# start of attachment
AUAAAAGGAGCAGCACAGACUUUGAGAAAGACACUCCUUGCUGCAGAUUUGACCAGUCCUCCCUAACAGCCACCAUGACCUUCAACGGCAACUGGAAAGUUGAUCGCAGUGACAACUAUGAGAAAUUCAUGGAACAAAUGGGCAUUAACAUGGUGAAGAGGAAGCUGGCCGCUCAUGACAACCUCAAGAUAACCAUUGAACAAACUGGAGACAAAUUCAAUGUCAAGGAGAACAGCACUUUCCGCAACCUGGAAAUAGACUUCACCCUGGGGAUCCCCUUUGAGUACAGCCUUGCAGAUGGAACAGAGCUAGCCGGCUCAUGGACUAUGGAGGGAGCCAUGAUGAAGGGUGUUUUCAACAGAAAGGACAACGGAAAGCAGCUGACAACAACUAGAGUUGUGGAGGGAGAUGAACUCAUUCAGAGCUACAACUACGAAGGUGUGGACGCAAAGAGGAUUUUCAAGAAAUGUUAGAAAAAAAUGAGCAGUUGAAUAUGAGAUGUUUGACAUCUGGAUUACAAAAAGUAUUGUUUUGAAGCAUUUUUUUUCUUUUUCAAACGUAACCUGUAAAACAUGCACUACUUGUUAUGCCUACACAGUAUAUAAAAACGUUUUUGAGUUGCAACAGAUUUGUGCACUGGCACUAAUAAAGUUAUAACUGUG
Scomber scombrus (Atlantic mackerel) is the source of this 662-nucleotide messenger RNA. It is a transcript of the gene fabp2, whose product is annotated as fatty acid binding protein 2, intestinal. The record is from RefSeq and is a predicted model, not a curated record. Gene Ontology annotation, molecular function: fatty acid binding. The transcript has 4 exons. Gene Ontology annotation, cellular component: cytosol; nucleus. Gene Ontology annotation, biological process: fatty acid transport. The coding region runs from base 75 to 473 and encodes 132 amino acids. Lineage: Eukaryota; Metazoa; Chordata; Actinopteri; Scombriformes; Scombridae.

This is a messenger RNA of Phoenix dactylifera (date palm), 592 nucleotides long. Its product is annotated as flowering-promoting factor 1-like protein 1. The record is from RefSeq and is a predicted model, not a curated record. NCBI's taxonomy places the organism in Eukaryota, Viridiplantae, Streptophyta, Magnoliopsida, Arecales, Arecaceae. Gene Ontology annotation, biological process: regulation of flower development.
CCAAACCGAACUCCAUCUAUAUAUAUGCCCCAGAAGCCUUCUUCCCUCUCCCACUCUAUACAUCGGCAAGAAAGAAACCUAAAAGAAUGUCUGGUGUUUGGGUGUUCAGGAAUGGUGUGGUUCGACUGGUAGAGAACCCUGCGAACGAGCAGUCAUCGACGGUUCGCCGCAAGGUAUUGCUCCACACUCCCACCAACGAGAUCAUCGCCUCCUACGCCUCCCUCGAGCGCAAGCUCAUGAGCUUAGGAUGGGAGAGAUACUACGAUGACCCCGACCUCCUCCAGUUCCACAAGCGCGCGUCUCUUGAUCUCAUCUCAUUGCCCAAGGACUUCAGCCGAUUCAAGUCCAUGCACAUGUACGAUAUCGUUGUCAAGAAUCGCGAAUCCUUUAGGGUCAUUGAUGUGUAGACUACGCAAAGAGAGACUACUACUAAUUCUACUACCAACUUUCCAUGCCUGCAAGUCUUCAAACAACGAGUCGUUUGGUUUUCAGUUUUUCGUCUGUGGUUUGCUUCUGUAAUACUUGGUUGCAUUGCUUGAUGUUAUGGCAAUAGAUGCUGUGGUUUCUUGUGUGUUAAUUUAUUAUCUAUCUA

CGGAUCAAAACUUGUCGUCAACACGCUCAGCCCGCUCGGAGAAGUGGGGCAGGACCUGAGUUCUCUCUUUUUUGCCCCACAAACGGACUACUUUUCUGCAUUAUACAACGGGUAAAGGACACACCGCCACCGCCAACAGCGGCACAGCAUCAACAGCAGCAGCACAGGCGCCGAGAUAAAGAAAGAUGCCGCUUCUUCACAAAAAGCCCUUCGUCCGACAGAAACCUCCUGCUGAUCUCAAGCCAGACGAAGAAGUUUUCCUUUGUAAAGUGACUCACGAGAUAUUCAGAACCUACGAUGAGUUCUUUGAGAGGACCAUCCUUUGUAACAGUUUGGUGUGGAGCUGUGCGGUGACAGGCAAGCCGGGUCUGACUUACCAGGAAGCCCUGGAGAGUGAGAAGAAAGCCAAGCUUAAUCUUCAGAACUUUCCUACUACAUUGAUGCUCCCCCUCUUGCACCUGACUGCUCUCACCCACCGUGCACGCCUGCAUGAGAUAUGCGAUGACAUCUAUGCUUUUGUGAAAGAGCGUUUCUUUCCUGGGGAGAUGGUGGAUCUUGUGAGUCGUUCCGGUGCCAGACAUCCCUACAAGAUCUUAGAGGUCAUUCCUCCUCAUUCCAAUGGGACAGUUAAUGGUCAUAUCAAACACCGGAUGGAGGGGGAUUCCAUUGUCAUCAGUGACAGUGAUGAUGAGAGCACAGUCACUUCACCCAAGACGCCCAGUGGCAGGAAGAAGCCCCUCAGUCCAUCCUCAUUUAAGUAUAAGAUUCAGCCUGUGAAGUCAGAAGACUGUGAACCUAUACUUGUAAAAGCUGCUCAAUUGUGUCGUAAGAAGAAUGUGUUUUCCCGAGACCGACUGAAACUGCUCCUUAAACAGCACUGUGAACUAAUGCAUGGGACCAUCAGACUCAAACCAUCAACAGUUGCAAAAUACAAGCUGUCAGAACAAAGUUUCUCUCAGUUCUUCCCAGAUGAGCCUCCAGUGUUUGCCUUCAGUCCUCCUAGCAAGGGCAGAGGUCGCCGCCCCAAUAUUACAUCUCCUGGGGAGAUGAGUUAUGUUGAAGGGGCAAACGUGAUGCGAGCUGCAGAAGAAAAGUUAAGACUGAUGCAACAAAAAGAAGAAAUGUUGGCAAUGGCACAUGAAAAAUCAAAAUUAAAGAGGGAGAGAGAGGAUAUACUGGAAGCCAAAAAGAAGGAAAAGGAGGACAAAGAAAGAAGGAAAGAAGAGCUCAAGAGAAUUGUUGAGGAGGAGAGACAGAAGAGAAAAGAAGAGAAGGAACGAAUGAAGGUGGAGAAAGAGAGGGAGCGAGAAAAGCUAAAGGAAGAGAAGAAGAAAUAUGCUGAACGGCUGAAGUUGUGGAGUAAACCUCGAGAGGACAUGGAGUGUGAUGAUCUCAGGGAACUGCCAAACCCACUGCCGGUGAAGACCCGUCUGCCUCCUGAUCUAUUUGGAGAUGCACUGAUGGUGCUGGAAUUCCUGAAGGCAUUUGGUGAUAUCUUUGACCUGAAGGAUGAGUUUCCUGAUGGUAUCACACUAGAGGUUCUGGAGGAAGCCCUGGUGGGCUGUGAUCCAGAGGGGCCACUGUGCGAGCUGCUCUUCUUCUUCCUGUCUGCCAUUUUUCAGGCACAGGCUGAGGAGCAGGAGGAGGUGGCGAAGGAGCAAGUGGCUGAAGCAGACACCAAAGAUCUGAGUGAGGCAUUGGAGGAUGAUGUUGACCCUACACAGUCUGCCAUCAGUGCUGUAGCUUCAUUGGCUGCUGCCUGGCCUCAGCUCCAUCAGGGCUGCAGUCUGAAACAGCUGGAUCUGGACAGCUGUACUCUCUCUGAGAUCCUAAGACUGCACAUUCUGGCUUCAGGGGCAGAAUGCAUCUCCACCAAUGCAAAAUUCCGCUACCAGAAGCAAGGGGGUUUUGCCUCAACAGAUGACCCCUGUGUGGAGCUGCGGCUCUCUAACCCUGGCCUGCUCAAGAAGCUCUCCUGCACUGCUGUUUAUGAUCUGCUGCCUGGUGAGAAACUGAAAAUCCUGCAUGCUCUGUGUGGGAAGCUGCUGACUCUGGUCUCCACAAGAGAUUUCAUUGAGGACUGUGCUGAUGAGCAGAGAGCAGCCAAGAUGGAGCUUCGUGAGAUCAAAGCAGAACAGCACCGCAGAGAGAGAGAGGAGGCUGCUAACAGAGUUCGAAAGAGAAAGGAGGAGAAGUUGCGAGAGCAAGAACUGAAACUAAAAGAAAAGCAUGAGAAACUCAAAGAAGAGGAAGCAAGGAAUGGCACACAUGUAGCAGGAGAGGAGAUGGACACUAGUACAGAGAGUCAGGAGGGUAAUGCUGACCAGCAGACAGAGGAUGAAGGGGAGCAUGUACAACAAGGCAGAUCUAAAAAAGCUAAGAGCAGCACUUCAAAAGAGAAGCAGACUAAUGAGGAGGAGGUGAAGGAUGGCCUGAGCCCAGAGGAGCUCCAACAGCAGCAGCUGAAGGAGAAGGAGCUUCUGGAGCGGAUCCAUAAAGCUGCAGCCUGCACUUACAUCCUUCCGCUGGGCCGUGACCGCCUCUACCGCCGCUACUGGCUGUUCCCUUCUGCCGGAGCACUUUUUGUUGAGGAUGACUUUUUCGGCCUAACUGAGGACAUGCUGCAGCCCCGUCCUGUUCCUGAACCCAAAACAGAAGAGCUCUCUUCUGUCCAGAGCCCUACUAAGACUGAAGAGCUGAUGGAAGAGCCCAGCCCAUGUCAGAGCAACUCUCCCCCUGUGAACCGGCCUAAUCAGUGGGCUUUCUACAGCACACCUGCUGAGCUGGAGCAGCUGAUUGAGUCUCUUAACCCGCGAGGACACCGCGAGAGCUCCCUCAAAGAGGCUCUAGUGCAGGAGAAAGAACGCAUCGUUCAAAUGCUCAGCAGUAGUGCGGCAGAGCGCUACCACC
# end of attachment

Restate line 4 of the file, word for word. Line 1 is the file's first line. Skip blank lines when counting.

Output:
CCAAACCGAACUCCAUCUAUAUAUAUGCCCCAGAAGCCUUCUUCCCUCUCCCACUCUAUACAUCGGCAAGAAAGAAACCUAAAAGAAUGUCUGGUGUUUGGGUGUUCAGGAAUGGUGUGGUUCGACUGGUAGAGAACCCUGCGAACGAGCAGUCAUCGACGGUUCGCCGCAAGGUAUUGCUCCACACUCCCACCAACGAGAUCAUCGCCUCCUACGCCUCCCUCGAGCGCAAGCUCAUGAGCUUAGGAUGGGAGAGAUACUACGAUGACCCCGACCUCCUCCAGUUCCACAAGCGCGCGUCUCUUGAUCUCAUCUCAUUGCCCAAGGACUUCAGCCGAUUCAAGUCCAUGCACAUGUACGAUAUCGUUGUCAAGAAUCGCGAAUCCUUUAGGGUCAUUGAUGUGUAGACUACGCAAAGAGAGACUACUACUAAUUCUACUACCAACUUUCCAUGCCUGCAAGUCUUCAAACAACGAGUCGUUUGGUUUUCAGUUUUUCGUCUGUGGUUUGCUUCUGUAAUACUUGGUUGCAUUGCUUGAUGUUAUGGCAAUAGAUGCUGUGGUUUCUUGUGUGUUAAUUUAUUAUCUAUCUA